Egypt banks step up anti-virus efforts

Egypt banks step up anti-virus efforts
The plan also issues strict instructions on wearing face masks in the workplace and while using the bank’s buses. (AFP)
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Updated 26 November 2020

Egypt banks step up anti-virus efforts

Egypt banks step up anti-virus efforts
  • asures recommended by the Federation of Egyptian Banks also include a ban on face-to-face meetings.

CAIRO: Up to half of bank employees in Egypt will be encouraged to work from home under guidelines to counter a second wave of the coronavirus pandemic.

Measures recommended by the Federation of Egyptian Banks (FEB) also include a ban on face-to-face meetings.

In a letter to banks, the FEB said its guidelines were aimed at ensuring sustainable operations “in the current circumstances.”

Banks will continue to operate from 8.30 a.m. to 3 p.m. for the public and from 8 a.m. to 4 p.m. for employees.

Previous guidelines were issued by the FEB on March 30 and April 5.

The federation's latest plan includes a follow-up on alternative workplaces to allow departments to continue working in cases of forced interruption.

The plan also issues strict instructions on wearing face masks in the workplace and while using the bank’s buses.

Employees also have been urged to follow precautionary measures while using public or private transport, and to avoid crowded places.

The FEB banned face-to-face meetings, replacing these with video conference meetings, and also underlined instructions to sanitize all surfaces using alcohol-based sanitizers, to regularly sanitize all workplaces at weekends, to provide sanitizers in areas that host employees and clients, and to regularly sanitize all main elevators.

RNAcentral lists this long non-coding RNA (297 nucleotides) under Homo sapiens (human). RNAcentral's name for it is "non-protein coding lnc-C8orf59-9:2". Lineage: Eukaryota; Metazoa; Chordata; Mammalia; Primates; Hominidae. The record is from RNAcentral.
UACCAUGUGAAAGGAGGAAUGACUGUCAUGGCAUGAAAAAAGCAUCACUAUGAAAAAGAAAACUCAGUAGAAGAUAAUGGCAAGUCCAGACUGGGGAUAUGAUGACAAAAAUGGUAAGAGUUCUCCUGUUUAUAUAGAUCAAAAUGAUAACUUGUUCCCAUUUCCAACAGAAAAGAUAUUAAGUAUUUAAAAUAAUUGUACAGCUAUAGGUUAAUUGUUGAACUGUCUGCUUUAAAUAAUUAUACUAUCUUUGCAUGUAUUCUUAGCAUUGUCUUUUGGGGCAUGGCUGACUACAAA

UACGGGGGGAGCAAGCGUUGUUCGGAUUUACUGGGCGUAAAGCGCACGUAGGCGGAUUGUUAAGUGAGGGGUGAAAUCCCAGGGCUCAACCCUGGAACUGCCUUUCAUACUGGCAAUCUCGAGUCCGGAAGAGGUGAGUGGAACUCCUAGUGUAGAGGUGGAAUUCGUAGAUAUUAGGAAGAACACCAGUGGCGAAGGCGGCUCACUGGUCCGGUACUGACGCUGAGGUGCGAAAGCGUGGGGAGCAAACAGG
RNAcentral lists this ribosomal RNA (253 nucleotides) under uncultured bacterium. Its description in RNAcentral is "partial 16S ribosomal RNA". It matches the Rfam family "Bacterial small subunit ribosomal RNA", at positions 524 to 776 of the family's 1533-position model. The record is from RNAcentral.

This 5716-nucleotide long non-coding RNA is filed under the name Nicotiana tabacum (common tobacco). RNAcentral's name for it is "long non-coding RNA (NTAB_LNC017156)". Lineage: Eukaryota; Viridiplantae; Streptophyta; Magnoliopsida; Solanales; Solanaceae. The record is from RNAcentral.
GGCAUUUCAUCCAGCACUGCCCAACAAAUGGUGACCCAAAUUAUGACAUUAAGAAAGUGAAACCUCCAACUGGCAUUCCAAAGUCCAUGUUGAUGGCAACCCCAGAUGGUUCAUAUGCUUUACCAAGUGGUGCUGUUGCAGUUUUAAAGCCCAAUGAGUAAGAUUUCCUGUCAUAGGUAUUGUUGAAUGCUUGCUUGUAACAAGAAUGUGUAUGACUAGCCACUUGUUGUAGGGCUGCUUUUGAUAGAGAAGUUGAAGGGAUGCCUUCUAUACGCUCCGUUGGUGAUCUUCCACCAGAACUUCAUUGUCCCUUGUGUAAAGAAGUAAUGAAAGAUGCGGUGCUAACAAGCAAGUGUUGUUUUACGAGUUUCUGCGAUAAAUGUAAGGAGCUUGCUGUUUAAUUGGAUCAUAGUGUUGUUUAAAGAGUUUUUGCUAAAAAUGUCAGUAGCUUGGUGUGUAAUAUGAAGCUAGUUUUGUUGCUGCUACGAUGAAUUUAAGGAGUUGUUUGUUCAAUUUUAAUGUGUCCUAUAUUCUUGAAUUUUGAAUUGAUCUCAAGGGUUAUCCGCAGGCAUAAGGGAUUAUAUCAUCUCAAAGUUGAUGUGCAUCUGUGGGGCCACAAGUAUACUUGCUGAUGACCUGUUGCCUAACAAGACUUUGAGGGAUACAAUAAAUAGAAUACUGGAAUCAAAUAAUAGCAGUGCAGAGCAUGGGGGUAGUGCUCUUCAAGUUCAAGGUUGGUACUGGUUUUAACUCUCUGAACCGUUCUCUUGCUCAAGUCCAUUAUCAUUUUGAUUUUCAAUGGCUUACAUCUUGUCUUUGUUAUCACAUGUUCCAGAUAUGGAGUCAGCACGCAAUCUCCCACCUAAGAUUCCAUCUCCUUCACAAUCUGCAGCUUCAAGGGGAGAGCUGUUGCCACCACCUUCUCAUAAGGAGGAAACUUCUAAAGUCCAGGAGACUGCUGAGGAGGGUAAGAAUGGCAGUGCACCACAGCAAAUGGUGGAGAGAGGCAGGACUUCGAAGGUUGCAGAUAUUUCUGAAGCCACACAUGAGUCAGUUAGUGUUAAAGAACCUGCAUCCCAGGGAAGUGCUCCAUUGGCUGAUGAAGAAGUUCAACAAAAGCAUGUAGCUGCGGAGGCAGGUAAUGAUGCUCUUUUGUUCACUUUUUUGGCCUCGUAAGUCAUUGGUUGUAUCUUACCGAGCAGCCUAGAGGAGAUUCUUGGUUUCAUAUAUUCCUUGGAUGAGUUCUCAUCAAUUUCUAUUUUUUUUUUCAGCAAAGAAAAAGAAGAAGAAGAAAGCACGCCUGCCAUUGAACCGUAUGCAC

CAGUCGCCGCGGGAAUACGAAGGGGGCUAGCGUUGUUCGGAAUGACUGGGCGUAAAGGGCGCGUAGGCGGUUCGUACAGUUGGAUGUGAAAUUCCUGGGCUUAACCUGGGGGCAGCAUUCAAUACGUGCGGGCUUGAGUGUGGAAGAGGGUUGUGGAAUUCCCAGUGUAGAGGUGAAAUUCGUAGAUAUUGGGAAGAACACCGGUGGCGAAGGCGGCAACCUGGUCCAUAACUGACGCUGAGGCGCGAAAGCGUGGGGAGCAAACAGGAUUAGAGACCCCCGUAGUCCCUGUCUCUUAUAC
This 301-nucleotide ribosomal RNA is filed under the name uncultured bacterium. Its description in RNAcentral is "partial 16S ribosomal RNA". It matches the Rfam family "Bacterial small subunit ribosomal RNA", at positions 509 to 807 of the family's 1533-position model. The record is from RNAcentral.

Office boys and janitors have been instructed to wear face masks and to use paper cups instead of glass or metal ones.

The FEB said it will continue to post awareness videos and statements on combating the coronavirus.

It has urged banks to use e-payments, to continue banning delivery persons from entering the workplace, to continue halting the delivery of daily newspapers and magazines, and to continue temperature testing by security officials at workplace entrances.

 
 


IMF: Iraq has requested emergency assistance

IMF: Iraq has requested emergency assistance
Updated 4 min 22 sec ago

IMF: Iraq has requested emergency assistance

IMF: Iraq has requested emergency assistance
  • The OPEC member’s economy has only a small manufacturing base and almost all goods are dollar-priced imports

Iraq has requested emergency assistance from the International Monetary Fund and talks are ongoing between the parties, the IMF said late on Sunday.
Iraqi Finance Minister Ali Allawi told Bloomberg News earlier that Iraq was in talks with the IMF for a $6 billion loan package.
“The Iraqi authorities have requested emergency assistance from the IMF under the Rapid Financing Instrument, and indicated their intention to also request a longer-term arrangement with the Fund in support of planned economic reforms,” an IMF representative said in an emailed statement.
“Discussions of the authorities’ request for emergency assistance are ongoing.”
The IMF’s Rapid Financing Instrument provides quick financial assistance, which is available to all member countries facing an urgent balance-of-payments need.
Financial assistance under the RFI is provided without the need for a full-fledged program or review, according to the IMF website.
Iraq may ask for an additional $4 billion in low-cost loans through another program linked to government reforms, Allawi said on Sunday.
Iraq devalued the dinar last month after a collapse in global oil prices, a major source of Iraq’s financial resources.
Allawi told Bloomberg that Iraq also planned other types of funding to help plug the budget gap. Once the spending plan was approved, the government would move to issue $5 billion in domestic bonds to expand its financial base.
The OPEC member’s economy has only a small manufacturing base and almost all goods are dollar-priced imports.